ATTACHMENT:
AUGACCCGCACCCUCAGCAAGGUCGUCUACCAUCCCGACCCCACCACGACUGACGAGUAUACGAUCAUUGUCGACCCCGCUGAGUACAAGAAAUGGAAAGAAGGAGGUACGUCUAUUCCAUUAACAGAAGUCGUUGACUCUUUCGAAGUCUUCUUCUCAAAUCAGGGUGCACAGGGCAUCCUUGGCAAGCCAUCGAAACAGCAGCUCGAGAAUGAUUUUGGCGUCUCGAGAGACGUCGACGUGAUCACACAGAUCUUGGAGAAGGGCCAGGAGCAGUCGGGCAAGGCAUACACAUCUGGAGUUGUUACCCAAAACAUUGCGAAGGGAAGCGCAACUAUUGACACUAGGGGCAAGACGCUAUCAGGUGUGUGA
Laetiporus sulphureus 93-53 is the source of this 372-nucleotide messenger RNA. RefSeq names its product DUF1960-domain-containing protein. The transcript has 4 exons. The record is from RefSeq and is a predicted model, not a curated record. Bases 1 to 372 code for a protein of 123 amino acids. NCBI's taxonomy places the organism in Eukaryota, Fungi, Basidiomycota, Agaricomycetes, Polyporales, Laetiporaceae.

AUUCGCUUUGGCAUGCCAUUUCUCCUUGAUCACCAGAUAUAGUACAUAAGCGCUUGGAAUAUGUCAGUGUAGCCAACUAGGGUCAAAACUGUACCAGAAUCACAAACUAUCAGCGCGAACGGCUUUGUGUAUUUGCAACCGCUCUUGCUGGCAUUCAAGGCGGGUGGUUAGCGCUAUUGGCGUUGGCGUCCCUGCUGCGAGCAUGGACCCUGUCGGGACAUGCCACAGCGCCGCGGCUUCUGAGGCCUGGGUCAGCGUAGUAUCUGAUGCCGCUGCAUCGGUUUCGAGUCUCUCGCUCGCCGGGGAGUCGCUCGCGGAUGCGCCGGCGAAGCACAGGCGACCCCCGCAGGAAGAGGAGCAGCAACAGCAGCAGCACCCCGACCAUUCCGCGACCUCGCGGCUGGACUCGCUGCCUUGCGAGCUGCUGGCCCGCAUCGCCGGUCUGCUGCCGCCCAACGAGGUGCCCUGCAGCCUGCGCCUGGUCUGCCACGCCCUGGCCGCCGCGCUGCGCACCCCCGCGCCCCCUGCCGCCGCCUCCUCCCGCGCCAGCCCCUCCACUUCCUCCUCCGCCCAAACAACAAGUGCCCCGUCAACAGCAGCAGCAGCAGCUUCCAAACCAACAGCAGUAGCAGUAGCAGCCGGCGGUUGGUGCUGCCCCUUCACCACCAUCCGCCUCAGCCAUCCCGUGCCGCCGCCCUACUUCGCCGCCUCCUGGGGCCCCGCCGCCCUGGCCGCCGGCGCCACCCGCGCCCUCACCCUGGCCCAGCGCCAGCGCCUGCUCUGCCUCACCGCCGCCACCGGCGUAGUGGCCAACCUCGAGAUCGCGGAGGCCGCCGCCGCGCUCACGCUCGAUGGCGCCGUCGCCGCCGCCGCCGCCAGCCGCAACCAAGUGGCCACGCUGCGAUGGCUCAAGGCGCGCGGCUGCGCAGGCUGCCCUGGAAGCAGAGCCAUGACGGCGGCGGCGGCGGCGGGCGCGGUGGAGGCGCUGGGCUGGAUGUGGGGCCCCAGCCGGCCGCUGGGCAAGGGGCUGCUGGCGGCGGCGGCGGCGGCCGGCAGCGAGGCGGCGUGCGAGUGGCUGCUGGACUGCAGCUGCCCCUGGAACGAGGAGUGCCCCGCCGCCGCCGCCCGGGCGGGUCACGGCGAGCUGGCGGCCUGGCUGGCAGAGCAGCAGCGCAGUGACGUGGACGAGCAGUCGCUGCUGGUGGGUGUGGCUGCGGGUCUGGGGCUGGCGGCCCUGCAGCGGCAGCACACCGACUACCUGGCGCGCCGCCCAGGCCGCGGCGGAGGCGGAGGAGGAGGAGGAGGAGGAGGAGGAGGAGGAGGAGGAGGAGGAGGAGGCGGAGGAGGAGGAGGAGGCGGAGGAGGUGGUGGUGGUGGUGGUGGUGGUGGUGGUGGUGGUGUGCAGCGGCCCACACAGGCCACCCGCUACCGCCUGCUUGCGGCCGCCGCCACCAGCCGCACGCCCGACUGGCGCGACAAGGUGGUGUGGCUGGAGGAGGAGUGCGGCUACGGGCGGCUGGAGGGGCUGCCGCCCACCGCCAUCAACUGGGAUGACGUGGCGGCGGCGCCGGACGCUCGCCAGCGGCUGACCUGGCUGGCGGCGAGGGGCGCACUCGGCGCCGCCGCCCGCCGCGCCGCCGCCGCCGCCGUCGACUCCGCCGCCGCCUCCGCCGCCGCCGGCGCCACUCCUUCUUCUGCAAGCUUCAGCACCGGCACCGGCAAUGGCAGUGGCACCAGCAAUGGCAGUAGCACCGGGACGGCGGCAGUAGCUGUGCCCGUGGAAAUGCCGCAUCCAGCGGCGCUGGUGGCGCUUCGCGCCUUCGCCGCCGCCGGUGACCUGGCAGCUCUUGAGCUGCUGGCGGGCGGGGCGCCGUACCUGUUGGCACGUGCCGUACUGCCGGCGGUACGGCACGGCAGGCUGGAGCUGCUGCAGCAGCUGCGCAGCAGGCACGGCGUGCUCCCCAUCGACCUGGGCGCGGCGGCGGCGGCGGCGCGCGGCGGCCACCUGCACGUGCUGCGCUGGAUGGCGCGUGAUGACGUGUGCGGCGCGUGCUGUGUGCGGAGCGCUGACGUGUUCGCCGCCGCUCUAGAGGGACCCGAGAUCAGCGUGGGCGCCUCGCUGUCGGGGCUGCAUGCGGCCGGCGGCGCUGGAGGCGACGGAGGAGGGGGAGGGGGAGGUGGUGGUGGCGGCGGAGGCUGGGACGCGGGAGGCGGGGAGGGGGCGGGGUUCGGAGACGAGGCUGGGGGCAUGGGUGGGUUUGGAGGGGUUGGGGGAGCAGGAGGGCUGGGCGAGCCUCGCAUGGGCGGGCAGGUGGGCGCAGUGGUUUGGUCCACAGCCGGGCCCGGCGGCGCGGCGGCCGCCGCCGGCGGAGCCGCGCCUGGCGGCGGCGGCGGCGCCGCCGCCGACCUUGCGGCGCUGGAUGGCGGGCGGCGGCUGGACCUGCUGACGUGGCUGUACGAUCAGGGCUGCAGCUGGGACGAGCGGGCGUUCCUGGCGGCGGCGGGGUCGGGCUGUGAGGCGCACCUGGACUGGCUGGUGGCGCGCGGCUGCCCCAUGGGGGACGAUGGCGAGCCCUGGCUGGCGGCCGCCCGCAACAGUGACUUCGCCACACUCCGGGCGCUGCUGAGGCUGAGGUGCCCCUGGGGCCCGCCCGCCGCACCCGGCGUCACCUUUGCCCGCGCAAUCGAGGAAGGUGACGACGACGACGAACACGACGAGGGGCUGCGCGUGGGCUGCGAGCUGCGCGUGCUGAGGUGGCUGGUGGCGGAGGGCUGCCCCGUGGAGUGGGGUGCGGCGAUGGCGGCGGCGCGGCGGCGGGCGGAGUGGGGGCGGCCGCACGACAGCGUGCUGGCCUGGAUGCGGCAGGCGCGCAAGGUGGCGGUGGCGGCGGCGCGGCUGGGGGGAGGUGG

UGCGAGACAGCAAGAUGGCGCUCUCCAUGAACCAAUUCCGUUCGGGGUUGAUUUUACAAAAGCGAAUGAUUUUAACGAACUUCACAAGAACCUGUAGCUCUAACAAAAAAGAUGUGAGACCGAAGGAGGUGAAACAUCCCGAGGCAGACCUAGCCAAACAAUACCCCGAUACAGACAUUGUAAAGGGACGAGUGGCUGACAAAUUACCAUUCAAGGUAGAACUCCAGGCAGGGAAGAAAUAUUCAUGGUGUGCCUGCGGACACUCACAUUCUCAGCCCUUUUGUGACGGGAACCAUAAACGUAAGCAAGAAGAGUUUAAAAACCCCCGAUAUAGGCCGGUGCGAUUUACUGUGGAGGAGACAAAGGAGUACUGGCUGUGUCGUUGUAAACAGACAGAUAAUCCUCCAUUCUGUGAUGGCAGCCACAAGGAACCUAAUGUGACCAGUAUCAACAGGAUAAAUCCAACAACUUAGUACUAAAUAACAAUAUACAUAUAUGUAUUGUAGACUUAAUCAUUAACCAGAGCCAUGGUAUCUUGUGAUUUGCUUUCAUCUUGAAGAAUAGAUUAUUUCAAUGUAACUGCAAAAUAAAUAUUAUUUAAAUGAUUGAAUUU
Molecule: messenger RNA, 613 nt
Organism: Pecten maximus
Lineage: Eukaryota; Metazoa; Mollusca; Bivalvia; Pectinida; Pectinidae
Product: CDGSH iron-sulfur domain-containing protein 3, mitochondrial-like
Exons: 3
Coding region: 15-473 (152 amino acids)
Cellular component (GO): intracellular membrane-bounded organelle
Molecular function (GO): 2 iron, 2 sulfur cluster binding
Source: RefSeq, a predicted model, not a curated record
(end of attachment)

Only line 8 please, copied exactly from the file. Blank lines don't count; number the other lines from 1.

Product: CDGSH iron-sulfur domain-containing protein 3, mitochondrial-like